Tables & Queries:
Did you want: Working with Databases: Access 2007, 2010, 2013, 2016
Good table design requires some logic and thinking ahead. Are you wasting any disk space? Will the same value, like a company's name, be spelled the same in all records? If the company's name changes, can you update it in just one place? Will your design allow for fast searches? What if there are thousands of records?
Goals for Table Design
How to accomplish these goals? You will need to follow a few rules and then think ahead about the future needs of your database.
Common Sense Thinking
Forms for data entry: Plan to use forms to enter and edit your data. Normalized tables (see the discussion after the Step-by-Step section) in datasheet view are not user-friendly. They tend to have a lot of columns with just ID numbers. Who can remember what the right number should be?!
Table Analyzer: Recent versions of Access include a Table Analyzer to help you get your tables in good shape. But, you have to know what is going on in your tables and in your database overall or following the suggestions of the Table Analyzer can make a mess of things.
Start with: , Access open but no database open.
The story so far:
You will walk through the design process, and make some bad decisions along the way (not that YOU would do that in real life!).
What fields do you need to keep track of company projects and which staff members are assigned to each one? An ID code for the project, a project name, staff members' names, name of the Project Director. Does not sound too complicated, does it?
For one or two projects, most anything will do! To keep track of a large number of projects or several years of projects, however, means you need to be careful to not waste disk space and that your design will work for many different projects.
Create Table: Projects
You have to decide how many people might be working on a project. It's easy to find out how many there are right now. What about future projects?? Hmmm. We may run into a problem really quickly! For now, let's assume that there are at most 4 staff members plus a project director.
Edit Field Size
All of the text fields have the default size of 50 characters. That is too many for the name of the project
Inspect the table so far. Do you see any problems or potential problems with this design?
Rename Table; Create New Table
To reduce wasted space and to provide more information and to allow for varying numbers of staffers, you will now create two tables. You can save yourself some typing by copying and pasting some of the data you already entered.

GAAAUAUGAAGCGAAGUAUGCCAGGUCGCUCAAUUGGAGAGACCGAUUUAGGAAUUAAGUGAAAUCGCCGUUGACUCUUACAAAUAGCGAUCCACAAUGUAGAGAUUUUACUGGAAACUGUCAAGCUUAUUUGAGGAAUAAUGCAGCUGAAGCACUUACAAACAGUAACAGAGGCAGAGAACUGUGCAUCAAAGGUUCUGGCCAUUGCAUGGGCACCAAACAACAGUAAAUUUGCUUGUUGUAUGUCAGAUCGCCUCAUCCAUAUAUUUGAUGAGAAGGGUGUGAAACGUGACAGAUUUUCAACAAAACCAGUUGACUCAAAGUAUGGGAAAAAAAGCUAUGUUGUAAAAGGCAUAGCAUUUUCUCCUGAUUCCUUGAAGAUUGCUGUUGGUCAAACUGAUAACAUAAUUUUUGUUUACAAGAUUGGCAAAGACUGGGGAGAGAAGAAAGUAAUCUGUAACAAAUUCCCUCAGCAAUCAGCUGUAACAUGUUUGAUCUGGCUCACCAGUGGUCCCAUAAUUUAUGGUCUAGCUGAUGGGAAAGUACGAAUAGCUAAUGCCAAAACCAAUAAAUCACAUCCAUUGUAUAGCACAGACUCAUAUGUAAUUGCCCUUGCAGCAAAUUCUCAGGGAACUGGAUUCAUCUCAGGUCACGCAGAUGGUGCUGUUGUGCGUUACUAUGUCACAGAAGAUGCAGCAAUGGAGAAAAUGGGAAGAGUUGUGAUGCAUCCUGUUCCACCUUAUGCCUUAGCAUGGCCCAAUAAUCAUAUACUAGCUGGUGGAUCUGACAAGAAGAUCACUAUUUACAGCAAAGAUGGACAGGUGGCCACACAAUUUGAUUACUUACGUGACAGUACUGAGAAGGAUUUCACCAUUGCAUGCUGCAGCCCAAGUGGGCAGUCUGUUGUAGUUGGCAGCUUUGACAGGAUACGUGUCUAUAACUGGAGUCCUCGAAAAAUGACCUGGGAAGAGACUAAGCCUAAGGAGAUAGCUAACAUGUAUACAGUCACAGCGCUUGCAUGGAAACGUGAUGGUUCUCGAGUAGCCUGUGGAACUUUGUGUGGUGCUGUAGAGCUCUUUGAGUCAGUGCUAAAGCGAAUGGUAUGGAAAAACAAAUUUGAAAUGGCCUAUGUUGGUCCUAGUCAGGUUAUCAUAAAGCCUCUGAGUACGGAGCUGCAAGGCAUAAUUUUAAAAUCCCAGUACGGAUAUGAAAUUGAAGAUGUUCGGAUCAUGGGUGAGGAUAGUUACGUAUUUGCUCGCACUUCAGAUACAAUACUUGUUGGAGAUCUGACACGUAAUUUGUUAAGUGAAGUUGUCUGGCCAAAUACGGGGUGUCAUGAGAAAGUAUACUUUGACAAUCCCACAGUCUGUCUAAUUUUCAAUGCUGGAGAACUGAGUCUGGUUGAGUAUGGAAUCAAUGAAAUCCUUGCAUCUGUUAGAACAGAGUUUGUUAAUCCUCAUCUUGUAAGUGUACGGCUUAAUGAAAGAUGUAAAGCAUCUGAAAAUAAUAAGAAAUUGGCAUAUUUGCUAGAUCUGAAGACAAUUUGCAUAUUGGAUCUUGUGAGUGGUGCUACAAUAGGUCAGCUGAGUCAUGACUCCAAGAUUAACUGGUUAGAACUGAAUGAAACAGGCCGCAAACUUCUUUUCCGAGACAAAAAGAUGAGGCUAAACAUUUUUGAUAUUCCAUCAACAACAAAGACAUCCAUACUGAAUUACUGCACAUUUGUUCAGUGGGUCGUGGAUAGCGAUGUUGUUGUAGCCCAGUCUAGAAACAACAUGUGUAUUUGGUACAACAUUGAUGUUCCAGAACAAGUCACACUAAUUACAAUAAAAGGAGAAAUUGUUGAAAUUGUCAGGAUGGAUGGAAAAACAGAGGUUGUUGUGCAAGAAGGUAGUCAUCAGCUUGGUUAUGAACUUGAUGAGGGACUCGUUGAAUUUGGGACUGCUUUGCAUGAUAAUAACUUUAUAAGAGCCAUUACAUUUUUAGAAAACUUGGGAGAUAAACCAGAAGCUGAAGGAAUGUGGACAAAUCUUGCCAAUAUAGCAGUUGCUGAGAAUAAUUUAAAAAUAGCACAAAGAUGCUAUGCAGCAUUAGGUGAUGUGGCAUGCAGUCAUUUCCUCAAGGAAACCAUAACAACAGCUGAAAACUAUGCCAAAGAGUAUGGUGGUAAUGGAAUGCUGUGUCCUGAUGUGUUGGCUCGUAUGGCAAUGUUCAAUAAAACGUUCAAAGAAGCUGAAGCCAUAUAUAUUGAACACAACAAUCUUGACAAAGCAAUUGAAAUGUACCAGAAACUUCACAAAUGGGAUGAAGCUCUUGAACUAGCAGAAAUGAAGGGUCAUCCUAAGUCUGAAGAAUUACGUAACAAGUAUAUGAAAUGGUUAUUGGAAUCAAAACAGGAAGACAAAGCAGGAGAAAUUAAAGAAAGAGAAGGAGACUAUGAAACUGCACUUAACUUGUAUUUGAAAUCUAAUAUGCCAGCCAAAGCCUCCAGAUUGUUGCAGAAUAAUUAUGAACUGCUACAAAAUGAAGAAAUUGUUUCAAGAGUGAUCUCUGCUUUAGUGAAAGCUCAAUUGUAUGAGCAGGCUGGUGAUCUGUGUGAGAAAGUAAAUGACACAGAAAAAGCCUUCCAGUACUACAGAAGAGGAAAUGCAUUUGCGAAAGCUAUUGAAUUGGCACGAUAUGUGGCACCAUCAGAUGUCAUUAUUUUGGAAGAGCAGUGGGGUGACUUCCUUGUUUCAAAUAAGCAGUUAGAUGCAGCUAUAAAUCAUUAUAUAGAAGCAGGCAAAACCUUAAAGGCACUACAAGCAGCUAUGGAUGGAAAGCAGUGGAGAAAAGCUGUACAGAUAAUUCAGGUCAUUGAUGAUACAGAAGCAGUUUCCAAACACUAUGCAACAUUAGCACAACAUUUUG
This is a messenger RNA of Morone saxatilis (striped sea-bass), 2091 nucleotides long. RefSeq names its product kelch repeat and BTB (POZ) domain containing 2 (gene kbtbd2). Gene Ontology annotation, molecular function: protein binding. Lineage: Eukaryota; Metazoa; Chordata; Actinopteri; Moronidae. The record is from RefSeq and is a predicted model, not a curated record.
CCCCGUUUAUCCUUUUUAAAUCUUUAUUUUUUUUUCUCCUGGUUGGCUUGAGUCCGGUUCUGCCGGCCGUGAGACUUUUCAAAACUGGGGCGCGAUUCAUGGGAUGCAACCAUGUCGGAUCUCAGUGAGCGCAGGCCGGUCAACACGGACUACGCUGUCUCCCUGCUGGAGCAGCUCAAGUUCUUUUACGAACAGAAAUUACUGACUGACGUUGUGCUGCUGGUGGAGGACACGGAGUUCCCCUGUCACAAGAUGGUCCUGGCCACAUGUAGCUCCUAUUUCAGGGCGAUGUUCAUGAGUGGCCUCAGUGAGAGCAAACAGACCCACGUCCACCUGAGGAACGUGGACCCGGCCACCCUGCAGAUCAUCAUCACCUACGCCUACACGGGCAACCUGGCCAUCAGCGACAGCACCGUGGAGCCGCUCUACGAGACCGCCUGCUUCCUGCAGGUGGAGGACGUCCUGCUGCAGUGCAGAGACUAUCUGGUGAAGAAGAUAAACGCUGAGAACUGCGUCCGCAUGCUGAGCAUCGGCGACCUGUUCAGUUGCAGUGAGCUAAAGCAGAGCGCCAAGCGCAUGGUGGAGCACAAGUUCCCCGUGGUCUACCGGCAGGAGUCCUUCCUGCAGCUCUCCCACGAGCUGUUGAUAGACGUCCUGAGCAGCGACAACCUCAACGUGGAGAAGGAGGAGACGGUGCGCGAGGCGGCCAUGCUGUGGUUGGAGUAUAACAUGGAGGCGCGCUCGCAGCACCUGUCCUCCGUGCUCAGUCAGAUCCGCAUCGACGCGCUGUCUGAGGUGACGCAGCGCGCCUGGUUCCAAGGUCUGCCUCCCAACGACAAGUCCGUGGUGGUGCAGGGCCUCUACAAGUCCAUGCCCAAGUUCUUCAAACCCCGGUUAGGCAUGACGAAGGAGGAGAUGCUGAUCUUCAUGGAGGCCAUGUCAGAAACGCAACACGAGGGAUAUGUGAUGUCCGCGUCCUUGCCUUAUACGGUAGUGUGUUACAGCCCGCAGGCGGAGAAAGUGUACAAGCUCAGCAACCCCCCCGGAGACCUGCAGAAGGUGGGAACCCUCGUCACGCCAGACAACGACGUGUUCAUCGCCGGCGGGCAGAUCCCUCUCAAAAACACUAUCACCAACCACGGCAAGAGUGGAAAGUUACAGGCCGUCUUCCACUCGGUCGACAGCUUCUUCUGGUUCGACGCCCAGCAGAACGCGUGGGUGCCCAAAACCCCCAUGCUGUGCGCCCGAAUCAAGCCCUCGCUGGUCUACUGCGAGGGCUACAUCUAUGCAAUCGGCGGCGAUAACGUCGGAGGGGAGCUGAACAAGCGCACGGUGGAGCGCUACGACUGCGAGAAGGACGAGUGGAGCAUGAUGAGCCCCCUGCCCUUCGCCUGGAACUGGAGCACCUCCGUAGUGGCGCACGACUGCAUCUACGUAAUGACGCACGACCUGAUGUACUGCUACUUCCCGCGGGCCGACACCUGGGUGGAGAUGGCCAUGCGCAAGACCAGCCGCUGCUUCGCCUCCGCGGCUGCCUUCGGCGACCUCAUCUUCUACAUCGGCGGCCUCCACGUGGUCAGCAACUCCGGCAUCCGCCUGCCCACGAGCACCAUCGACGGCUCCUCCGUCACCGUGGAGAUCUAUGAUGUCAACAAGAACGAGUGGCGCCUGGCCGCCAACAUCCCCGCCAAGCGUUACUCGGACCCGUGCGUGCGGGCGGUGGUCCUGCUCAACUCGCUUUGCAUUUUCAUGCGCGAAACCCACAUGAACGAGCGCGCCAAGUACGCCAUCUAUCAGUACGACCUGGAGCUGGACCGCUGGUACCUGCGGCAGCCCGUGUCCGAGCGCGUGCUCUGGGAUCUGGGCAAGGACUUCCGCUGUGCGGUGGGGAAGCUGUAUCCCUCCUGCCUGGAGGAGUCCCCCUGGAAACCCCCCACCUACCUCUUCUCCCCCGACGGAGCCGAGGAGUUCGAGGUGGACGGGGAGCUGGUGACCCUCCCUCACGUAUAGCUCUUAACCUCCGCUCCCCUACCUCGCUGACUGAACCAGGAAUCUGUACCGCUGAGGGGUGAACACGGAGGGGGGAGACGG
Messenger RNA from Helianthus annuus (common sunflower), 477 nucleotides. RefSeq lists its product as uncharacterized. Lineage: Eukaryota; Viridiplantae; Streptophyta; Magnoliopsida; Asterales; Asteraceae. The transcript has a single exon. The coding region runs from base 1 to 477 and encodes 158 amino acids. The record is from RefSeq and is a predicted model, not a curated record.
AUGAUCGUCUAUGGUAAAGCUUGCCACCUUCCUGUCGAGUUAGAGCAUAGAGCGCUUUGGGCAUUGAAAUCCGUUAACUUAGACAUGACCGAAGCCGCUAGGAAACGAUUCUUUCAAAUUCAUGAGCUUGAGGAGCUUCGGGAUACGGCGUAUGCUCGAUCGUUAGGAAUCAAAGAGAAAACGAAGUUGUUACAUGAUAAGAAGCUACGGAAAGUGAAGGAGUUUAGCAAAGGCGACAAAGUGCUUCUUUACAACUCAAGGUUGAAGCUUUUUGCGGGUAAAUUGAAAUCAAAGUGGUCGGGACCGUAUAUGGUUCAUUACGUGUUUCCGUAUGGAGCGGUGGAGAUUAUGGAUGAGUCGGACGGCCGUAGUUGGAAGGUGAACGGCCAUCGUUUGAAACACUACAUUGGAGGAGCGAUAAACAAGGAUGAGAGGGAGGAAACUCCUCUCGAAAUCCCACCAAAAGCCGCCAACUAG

Copy and Paste Data Between Tables
You can copy and paste the names of the projects, if you do your selecting correctly.
Create ProjectStaff Table with Foreign Key
Now you are ready to create a new table, ProjectStaff, for information about the staff. This table needs to show each staff member and what his/her job is on the project. (The ProjectStaff table does not need to have all of the contact information; that will be in another table.) The table also needs to include the primary key from the Project table. This field will be a foreign key in the new table. You need such a shared field to set up a relationship between two tables--in this case, to connect the project information with the staff members working on the project.
Having a separate table for staff information means you do not have to guess how many staff members will be working on a project.
The data from the original table is not laid out in a way that makes it easy to copy and paste it into the new ProjectStaff table. For these few records, it will be just as easy to type it all in. The old table did not have all of the job information anyway.
Next you need to create a relationship between the tables. The primary key of one table should be joined to its duplicate field in the other table. It is called a foreign key for that table.
View Datasheet and Subdatasheet
Now that you have defined a relationship between the tables, you can use subdatasheets to see who is assigned to which project. Such a useful feature!
Thinking Some More
Using subdatasheets is quite handy but it does not take too many fields to make the subdatasheet too wide to see all of them at once. You need a better way to view and edit. That's what forms are for! Have some patience. You will learn about forms in the next project.
In the ProjectStaff table, it will be easy to make errors when entering a staff member's name. For example, William Gardner and Will Gardner and William P. Gardner are all the same person. Which way will you enter his name next week?? To make sure that names are the same throughout the database, you need a table for staff information that is linked to the ProjectStaff table. More and more tables!! That's for the next lesson.
A database that follows the rules below is normalized to a particular level. There are more levels of normalization, but these first two are enough to deal with for these lessons.
First Normal Form (1NF) - Eliminates repeated groups inside a row(a record)
Second Normal Form (2NF)- Eliminates repeated values in a column.
Many databases do not completely follow these rules. Sometimes a database will actually work faster without being completely normalized.
Why bother to normalize? To meet the goals!
It is best to design the tables right the first time. Normalize as you go! After you have a lot of records, it can be tricky to fix, as we saw at the beginning of this lesson when you had to separate the data into two tables. So awkward, and there were only a few records with a few fields.
~~ 1 Cor. 10:31 ...whatever you do, do it all for the glory of God. ~~